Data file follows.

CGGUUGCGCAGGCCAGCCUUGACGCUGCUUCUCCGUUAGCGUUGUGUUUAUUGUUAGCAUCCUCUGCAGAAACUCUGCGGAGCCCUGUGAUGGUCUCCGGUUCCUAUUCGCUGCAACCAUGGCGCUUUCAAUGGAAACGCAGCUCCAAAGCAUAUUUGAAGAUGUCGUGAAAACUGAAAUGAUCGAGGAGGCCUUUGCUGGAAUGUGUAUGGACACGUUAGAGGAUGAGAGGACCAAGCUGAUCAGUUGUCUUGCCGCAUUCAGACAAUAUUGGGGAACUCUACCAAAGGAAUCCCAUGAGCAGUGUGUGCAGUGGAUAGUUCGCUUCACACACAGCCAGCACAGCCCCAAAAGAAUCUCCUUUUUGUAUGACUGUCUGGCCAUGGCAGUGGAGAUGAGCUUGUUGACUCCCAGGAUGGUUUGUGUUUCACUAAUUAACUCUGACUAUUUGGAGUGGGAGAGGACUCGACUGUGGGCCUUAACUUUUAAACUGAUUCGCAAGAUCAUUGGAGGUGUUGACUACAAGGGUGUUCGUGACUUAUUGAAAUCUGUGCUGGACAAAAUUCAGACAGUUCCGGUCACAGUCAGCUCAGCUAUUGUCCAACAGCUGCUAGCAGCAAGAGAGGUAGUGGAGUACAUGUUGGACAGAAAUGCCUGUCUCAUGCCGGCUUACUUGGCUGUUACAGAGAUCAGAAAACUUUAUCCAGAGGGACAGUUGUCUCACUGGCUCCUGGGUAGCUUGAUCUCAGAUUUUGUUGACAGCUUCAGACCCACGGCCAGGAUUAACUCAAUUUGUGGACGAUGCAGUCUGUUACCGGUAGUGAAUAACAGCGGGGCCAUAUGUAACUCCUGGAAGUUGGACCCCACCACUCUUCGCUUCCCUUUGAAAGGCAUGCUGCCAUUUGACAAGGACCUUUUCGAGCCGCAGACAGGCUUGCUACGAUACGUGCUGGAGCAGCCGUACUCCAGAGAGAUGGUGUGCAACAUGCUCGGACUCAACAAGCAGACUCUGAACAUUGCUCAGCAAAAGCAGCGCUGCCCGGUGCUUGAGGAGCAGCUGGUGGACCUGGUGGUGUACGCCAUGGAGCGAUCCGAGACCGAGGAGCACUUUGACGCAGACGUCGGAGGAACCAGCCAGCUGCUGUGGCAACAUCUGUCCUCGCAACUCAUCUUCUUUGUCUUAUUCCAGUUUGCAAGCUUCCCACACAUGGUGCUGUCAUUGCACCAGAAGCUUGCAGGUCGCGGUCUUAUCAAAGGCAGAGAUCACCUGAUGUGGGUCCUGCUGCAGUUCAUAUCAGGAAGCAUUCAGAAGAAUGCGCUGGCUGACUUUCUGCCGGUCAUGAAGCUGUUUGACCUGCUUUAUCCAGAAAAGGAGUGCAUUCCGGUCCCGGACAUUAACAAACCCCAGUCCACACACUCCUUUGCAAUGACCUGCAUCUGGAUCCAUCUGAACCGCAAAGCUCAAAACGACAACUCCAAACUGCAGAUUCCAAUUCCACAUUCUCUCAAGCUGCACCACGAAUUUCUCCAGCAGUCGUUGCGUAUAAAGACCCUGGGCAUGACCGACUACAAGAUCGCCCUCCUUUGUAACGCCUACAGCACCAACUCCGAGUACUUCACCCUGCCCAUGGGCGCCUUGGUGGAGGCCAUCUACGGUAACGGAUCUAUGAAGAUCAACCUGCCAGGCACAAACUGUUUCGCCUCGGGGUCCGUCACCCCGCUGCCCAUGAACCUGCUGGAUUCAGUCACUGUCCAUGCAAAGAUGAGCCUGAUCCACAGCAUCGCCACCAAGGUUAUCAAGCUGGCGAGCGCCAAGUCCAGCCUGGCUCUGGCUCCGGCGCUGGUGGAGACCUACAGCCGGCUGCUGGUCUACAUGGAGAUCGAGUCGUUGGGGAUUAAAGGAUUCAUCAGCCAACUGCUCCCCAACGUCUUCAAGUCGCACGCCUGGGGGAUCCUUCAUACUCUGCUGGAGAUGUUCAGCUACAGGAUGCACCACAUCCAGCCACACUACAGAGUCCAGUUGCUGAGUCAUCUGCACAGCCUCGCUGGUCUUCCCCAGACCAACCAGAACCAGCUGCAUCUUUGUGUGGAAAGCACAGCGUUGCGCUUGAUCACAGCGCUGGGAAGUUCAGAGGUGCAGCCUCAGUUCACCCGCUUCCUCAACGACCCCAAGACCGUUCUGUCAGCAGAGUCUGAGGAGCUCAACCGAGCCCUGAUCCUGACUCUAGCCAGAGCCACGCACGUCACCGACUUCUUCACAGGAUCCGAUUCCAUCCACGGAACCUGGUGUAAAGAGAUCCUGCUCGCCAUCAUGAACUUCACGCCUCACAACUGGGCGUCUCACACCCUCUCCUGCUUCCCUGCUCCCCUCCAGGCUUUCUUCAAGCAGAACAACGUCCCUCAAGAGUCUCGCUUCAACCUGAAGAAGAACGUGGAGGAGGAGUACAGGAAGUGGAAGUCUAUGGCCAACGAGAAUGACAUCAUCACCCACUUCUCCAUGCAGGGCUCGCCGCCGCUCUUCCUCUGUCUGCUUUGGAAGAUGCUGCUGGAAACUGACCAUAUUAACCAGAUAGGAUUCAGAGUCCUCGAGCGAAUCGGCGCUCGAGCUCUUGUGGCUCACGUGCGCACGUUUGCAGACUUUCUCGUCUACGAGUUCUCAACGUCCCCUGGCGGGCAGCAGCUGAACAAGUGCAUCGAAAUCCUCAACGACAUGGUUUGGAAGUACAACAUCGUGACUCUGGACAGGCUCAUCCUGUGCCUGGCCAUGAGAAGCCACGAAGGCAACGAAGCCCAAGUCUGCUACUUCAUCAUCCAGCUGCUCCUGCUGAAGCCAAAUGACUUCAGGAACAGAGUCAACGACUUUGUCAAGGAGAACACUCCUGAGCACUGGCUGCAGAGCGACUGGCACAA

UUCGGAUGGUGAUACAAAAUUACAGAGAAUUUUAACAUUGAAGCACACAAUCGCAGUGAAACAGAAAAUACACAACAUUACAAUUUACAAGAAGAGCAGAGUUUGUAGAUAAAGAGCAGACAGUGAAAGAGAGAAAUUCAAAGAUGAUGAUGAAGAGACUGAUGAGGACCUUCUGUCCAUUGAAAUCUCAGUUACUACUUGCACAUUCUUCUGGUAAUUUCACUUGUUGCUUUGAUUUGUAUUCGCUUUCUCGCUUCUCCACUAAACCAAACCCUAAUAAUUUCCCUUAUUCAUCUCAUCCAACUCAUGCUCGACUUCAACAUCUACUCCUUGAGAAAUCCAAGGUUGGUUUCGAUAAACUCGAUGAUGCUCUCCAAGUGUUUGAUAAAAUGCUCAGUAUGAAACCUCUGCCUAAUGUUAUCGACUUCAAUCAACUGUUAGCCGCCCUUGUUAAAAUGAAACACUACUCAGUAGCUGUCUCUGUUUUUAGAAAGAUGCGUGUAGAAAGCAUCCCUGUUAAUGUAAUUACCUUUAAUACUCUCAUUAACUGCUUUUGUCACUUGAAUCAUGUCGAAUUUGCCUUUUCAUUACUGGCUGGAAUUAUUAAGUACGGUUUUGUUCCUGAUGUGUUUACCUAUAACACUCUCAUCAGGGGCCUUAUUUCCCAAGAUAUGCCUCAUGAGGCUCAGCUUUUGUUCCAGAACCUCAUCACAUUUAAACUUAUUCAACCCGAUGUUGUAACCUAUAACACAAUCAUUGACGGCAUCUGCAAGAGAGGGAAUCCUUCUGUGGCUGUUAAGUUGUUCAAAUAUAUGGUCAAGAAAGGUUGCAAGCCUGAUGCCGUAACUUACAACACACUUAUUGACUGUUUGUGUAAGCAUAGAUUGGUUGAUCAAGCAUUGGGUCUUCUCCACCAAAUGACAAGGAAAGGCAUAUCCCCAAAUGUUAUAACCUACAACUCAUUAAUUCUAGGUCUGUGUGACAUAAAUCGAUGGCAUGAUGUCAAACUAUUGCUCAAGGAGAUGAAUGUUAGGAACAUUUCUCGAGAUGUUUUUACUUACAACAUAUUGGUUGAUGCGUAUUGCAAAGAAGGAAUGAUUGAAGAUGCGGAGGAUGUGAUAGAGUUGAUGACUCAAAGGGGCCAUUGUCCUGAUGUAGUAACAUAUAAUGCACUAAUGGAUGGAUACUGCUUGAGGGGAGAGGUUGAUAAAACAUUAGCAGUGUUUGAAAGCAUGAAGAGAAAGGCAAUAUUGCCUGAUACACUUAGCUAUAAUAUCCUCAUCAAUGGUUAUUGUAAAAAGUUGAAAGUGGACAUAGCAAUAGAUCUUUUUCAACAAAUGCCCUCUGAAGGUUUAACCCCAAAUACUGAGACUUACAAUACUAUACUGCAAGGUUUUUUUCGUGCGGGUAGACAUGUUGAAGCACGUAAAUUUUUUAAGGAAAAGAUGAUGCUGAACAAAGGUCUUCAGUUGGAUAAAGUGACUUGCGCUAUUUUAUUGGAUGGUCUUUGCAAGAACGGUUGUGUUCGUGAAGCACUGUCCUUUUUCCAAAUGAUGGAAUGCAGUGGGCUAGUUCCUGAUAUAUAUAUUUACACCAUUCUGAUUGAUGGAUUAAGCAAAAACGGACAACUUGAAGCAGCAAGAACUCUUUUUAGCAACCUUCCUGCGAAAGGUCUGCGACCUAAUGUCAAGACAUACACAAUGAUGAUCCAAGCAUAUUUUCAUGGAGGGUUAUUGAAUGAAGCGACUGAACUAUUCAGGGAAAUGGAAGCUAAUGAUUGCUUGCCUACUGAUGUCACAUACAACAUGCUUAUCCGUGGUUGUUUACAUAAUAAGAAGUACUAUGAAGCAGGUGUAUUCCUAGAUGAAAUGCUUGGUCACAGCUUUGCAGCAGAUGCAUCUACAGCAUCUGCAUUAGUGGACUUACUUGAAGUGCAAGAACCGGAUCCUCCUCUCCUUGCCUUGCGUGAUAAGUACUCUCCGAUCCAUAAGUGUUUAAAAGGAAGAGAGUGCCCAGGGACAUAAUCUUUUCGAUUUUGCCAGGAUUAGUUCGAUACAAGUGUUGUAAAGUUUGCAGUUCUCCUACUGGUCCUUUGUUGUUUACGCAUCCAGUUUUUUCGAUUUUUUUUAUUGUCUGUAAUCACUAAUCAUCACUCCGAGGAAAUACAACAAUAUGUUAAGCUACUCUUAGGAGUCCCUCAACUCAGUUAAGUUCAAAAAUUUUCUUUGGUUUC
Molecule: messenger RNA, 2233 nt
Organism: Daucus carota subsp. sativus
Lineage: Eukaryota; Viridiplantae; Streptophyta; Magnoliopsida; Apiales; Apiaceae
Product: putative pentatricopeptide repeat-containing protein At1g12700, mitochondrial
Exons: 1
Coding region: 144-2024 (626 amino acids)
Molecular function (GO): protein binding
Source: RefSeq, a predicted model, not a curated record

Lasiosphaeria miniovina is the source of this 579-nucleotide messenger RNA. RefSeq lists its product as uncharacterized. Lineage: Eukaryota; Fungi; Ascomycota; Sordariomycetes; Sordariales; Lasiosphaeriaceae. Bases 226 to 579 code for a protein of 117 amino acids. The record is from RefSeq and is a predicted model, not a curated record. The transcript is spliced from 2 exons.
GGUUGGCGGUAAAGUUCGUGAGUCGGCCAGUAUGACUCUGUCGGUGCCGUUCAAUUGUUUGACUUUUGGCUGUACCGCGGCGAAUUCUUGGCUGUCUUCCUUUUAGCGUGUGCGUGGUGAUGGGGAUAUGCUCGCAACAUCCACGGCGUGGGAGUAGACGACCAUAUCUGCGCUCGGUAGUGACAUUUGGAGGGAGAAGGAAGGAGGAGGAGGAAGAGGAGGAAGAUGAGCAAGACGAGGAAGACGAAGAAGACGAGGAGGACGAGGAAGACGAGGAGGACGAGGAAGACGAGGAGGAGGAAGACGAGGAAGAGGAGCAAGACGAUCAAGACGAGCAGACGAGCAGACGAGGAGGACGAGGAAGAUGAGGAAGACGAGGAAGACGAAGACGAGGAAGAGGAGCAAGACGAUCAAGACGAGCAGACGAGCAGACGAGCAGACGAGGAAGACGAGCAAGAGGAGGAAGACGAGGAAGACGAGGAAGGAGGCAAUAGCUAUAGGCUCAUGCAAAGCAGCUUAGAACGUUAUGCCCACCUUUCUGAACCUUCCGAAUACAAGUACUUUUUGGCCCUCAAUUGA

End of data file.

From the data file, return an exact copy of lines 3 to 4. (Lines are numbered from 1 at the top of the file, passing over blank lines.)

Molecule: messenger RNA, 2233 nt
Organism: Daucus carota subsp. sativus